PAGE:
Jupiter, Fla.-based business jet broker The Private Jet Company (TPJC) believes that the “confluence of factors creating the current buyer’s market” will not last beyond 12 months. While the firm clearly has a vested interest in encouraging the purchase of pre-owned business jets, it cited third-party data sources to support its claim.
In its latest monthly business jet report, released last week, investment research firm UBS saw a slight increase in the overall used aircraft inventory in November, its fourth straight monthly increase following a steady declining trend over the past 14 months. Available aircraft inventories were 3 percent higher than those in July.
Leading business aircraft manufacturers are starting to take some encouragement from improving market conditions and more than ever are counting on emerging markets like the Middle East to give them the momentum the beleaguered industry needs to achieve a full-blown recovery.
Revenues at Berkshire Hathaway’s NetJets fractional aircraft subsidiary climbed 17 percent during the first nine months of this year versus a year ago “due to an increase in worldwide flight revenue hours and increased fuel cost recoveries, partially offset by lower management fees due to fewer aircraft in the NetJets program.” According to the third-quarter financial report, NetJets logged pre-tax earnings of $158 million in the first n
The recovery in the business jet market was mixed again last month, according to JPMorgan North American Equity Research’s latest monthly business jet report, released on Friday. Indicators for pre-owned business jets deteriorated a bit further last month, the firm said, while manufacturers saw increased order activity for new aircraft.
According to JPMorgan’s latest business jet monthly report, improvement in the pre-owned market has stalled. However, it expects the trend toward lower inventories to restart and continue. The nearly 3-percent decline in pre-owned inventories in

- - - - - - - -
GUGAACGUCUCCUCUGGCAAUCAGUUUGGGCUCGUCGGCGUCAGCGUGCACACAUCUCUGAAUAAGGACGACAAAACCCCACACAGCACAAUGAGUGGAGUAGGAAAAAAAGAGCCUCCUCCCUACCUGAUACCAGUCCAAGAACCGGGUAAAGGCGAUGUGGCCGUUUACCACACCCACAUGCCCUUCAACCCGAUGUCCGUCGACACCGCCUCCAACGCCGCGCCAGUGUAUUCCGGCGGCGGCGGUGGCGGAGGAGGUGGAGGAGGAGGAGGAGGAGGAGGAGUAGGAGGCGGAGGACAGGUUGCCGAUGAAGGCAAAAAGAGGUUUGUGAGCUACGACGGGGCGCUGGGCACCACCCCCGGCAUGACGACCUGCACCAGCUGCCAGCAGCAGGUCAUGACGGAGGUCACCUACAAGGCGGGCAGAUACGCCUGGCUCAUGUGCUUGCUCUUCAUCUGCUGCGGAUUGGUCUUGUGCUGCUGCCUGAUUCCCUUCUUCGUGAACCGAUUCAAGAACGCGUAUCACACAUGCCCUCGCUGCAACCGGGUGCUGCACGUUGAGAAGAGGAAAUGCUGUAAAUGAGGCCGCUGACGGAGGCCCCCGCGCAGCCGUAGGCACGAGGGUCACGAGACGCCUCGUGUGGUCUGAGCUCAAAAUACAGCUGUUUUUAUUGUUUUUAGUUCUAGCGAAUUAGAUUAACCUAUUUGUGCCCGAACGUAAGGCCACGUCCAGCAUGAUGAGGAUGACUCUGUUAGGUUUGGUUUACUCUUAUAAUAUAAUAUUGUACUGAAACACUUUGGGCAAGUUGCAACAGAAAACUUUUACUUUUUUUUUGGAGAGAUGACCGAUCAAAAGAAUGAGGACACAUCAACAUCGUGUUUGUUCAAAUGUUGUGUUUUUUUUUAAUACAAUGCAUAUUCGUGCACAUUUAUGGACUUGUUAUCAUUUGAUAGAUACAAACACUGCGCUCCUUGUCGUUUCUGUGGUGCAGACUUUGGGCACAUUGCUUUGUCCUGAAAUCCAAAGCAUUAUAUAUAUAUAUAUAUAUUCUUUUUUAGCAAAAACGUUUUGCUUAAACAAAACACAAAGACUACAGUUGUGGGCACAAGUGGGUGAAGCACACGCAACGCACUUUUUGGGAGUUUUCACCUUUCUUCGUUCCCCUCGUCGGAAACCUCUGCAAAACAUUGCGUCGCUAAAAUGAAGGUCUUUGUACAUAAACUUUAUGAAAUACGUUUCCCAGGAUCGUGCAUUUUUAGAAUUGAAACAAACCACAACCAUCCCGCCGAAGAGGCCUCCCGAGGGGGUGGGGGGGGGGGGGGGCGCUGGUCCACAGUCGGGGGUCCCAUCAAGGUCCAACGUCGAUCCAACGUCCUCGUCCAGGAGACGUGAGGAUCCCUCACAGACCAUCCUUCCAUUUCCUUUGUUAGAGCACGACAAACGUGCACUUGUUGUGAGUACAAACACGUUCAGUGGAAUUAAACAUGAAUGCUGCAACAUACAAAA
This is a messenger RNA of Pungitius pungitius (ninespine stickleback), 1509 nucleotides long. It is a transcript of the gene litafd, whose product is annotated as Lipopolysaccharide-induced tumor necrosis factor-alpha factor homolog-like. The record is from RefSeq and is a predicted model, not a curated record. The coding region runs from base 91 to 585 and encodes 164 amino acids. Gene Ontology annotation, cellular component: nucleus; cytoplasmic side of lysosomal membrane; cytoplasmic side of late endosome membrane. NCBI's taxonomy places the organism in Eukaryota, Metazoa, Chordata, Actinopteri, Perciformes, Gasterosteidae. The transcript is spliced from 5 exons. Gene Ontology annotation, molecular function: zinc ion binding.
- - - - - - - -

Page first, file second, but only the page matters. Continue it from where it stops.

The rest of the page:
Emerging markets is the buzzword in the business aviation industry, but few talk about the challenges of actually getting aircraft into service in these countries. ACASS president Andre Khury specializes in this area, and he sat down with AIN at the NBAA Convention to share some interesting stories about what it takes to get aircraft into service in emerging countries.
Conditions for general aviation businesses “have noticeably improved” in the year since the last NBAA Convention, according to New Jersey-based aviation consultant Brian Foley. “There’s an entire spectrum of the industry seeing these better results, including MRO, FBO, charter and fractional companies,” he said.
According to JPMorgan’s latest business jet monthly report, released on Friday, improvement in the pre-owned market has stalled. However, it expects the trend toward lower inventories to restart and continue. The nearly 3-percent decline in pre-owned inventories in the 12 months following the July 2009 peak has “lost some steam” as levels have increased slightly (up 0.1 percent) for the second consecutive month in September.
The business jet market index from UBS Investment Research last month fell a further 8 percent, to 37, the second consecutive decrease and below the threshold of 50–the median above which a growing market is indicated and below which deterioration is seen. This follows a stable first half, in which the index held at 50–meaning stabilized conditions–for three consecutive surveys.